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Nothing's as precious as a hole in the ground
, 2001

by eX de Medici

mangrove bark pigment, watercolour and gouache on vellum (frame: 144.0 cm x 199.7 cm, sheet: 113.5 cm x 179.5 cm)

Members of the future Midnight Oil began playing together in Sydney in 1972, calling themselves Farm. After performing as Farm for some time, in 1976 they changed their name to Midnight Oil and began to carve their live career along the northern beaches. From the start, the Oils’ songs aggressively addressed social concerns such as the environment, uranium mining and Aboriginal rights. In 1987 they released their eighth album, Diesel and Dust, which sold more than two million copies world-wide. It included the hit ‘Beds are Burning’, performed provocatively at the close of the 2000 Olympics. Martin Rotsey, Rob Hirst, Peter Garrett, Jim Moginie and Bones Hillman effectively disbanded in December 2002, when Garrett became President of the Australian Conservation Foundation. From 2004 to 2013, while Labor member for the Federal seat of Kingsford Smith, Garrett was minister for the environment, heritage and the arts and school education, early childhood and youth. In March 2009, when Midnight Oil reunited to play in undimmed form in Canberra and Melbourne, one reviewer spoke for many fans in stating that they were ‘the best live band Australia has ever produced, hands down’. The band’s successful ‘Great Circle’ world tour of 2017 comprised more than 70 shows across five continents.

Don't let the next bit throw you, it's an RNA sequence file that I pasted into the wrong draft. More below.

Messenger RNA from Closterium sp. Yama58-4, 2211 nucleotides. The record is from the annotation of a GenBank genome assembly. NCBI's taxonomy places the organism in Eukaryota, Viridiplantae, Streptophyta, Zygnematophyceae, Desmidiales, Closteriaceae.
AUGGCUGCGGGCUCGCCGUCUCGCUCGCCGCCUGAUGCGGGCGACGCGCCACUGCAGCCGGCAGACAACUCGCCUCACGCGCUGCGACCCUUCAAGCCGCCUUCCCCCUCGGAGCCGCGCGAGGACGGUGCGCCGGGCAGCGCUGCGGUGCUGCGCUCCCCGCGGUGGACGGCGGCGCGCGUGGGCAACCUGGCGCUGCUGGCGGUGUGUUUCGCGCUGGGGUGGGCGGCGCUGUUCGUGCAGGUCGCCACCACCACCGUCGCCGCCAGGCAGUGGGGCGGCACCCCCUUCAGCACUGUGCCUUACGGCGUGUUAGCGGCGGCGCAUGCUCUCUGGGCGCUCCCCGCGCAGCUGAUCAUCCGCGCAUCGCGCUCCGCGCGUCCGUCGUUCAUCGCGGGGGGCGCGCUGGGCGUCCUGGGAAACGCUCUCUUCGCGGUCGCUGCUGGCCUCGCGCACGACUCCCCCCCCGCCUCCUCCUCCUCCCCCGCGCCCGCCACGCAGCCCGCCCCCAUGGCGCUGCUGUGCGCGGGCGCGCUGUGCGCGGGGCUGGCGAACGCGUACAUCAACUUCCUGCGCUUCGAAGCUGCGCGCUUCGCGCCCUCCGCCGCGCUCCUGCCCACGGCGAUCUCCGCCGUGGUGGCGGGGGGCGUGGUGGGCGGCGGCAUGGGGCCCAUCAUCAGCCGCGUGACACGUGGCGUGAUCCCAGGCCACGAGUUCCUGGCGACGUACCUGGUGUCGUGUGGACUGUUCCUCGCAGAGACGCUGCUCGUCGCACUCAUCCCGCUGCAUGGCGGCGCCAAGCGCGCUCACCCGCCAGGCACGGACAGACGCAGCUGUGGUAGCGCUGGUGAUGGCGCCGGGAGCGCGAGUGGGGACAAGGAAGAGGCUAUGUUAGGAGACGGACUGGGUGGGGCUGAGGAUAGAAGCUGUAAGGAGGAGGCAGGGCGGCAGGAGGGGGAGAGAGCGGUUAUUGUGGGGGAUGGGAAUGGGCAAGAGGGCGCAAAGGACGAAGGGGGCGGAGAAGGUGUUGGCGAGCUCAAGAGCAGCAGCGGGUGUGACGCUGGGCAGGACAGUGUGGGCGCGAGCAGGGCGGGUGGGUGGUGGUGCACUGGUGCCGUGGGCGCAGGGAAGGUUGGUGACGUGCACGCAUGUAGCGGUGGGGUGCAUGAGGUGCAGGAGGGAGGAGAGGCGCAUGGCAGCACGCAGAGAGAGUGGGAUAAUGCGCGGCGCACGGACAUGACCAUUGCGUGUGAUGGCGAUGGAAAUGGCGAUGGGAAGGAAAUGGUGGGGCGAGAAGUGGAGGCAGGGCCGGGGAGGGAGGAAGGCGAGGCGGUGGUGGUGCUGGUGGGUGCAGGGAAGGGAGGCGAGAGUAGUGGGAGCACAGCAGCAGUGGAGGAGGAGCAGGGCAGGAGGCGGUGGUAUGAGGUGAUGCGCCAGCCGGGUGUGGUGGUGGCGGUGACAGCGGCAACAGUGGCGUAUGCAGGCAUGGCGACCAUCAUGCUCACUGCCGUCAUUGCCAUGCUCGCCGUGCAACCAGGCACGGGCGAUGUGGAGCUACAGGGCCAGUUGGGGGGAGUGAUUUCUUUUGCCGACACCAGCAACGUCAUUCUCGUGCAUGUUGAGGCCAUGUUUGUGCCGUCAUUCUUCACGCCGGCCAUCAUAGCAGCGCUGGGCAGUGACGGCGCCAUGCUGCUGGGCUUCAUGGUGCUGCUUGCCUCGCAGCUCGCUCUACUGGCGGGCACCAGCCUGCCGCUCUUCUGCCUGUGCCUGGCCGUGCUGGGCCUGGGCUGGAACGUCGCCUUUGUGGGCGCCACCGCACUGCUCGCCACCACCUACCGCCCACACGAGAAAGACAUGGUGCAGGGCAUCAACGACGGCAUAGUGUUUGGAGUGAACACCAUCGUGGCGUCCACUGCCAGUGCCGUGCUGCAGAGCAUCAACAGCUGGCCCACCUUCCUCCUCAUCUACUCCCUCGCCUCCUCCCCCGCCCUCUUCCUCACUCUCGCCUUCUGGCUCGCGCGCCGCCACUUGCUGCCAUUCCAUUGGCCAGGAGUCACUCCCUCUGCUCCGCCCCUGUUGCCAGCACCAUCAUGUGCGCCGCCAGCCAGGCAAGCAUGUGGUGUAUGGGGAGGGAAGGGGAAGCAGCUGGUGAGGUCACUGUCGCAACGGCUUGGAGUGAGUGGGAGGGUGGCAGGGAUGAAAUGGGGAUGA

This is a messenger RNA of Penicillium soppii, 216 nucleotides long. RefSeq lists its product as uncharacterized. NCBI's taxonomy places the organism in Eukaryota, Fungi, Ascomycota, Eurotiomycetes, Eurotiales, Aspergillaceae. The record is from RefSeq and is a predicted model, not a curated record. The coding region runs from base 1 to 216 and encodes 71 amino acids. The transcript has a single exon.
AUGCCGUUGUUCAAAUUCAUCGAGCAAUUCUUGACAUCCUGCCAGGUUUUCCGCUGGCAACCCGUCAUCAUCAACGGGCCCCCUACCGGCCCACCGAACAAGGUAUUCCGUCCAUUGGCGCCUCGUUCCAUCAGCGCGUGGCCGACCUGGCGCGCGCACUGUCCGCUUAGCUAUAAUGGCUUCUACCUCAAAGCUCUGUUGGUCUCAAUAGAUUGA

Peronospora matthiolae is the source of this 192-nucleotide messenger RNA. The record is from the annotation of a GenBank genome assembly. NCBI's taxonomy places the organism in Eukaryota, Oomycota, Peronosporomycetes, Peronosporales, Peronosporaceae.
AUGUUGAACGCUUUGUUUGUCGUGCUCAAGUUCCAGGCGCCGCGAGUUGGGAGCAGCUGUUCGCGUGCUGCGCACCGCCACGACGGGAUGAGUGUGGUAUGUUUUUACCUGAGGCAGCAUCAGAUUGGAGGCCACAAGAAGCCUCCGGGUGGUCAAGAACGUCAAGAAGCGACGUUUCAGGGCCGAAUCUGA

Collection: National Portrait Gallery, Canberra
Commissioned with funds from the Basil Bressler Bequest 2001
Accession number: 2001.192.1